Drug addiction can have many serious consequences, but some forms of drug abuse come with health risks that are undeniably tied to the form of intake.
Intravenous drug abuse is accompanied by many dangerous side effects that are not associated with smoking, snorting, or oral ingestion. Many individuals who inject drugs never anticipate that they will come to use needles; however, as addiction manifests, the need to achieve faster, greater highs drives many to intravenous use. Many drugs can be abused using needles including:
The intravenous use of these drugs leave users with dangerous, potent, and long-lasting effects, many of which can be fatal.
Injecting drugs into the bloodstream allows the substance to reach the brain more rapidly. This results in an almost instantaneous “rush,” which helps make this method of intake extremely addictive. Injecting drugs greatly increases the risk of overdose and makes it incredibly difficult for medical professionals to intervene. It takes less than one minute for blood to circulate through the entire vascular system, giving the body almost no time to react and try to protect itself. Those who inject drugs may also “cut” the substance with other products to enhance and prolong the effects or to reduce the risk of overdose. This can put individuals at an increased risk for health complications due to adverse interactions between chemicals. This can also exacerbate the side effects of intravenous use and worsen symptoms.
Intravenous drug abuse comes with many life-threatening risks, regardless of the effects caused by the drug itself. Injecting drugs can cause veins to collapse, which occurs most often in instances of repeated trauma at an injection site. This can also occur due to use of a blunt needle, improper technique, irritation from the drug, or by removing the needle too quickly. With repeated use, the inside of the vein becomes damaged and clots begin to form. Clots will eventually completely block the vein and cause sharp pain, blue or black discoloration, itching, and cold hands or feet due to poor circulation. Injected drugs may also contain contaminants that do not dissolve. These may clog blood vessels , causing cells in vital organs to die. This can cause infection and permanent damage and in some cases, leading individuals to summer an immune reaction that can lead to arthritis and other complications.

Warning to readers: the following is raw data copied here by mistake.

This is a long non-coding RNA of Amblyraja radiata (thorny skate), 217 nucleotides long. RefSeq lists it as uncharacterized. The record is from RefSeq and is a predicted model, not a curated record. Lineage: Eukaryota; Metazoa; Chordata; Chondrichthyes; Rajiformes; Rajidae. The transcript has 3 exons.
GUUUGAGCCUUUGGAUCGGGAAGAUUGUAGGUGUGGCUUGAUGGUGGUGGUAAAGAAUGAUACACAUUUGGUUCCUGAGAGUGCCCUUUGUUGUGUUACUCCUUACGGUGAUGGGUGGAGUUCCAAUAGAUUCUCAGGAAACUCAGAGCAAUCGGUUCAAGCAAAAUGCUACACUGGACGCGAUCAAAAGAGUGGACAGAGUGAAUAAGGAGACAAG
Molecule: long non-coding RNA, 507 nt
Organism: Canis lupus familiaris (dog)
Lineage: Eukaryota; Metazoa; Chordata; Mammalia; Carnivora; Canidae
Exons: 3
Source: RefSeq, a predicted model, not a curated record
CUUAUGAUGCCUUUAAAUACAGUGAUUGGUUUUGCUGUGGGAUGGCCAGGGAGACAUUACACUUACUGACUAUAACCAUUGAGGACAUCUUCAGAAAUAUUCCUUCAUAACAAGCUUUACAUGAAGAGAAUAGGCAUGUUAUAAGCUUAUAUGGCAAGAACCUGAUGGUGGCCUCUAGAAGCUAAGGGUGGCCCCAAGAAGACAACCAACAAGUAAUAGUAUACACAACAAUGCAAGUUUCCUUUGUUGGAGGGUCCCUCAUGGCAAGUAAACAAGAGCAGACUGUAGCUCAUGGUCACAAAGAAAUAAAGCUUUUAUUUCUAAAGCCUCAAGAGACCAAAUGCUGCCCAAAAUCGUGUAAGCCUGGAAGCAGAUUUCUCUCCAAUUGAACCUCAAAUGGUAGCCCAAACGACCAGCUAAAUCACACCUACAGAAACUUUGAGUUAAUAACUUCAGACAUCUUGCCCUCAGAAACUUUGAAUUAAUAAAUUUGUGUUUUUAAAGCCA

Intravenous drug use can also result in the spread of bacterial infections and blood-borne viral infections due to dirty needles or sharing of injection equipment. Bacterial infections can affect blood vessels, heart valves and the lining of the heart. Dirty equipment may cause users to develop abscesses, tuberculosis, bone infections, thrombosis, Hepatitis, and HIV, among other diseases. Of the 16 million individuals who inject drugs globally, approximately 3 million of them have HIV. On average, one out of every ten new HIV infections is due to intravenous drug use.
Individuals who inject drugs often require special medical attention during the recovery process due to the drastic negative effects of use. Users are more prone to infection and complications and may require antibiotic treatment and/or other medications to treat health problems that develop as a result of abuse.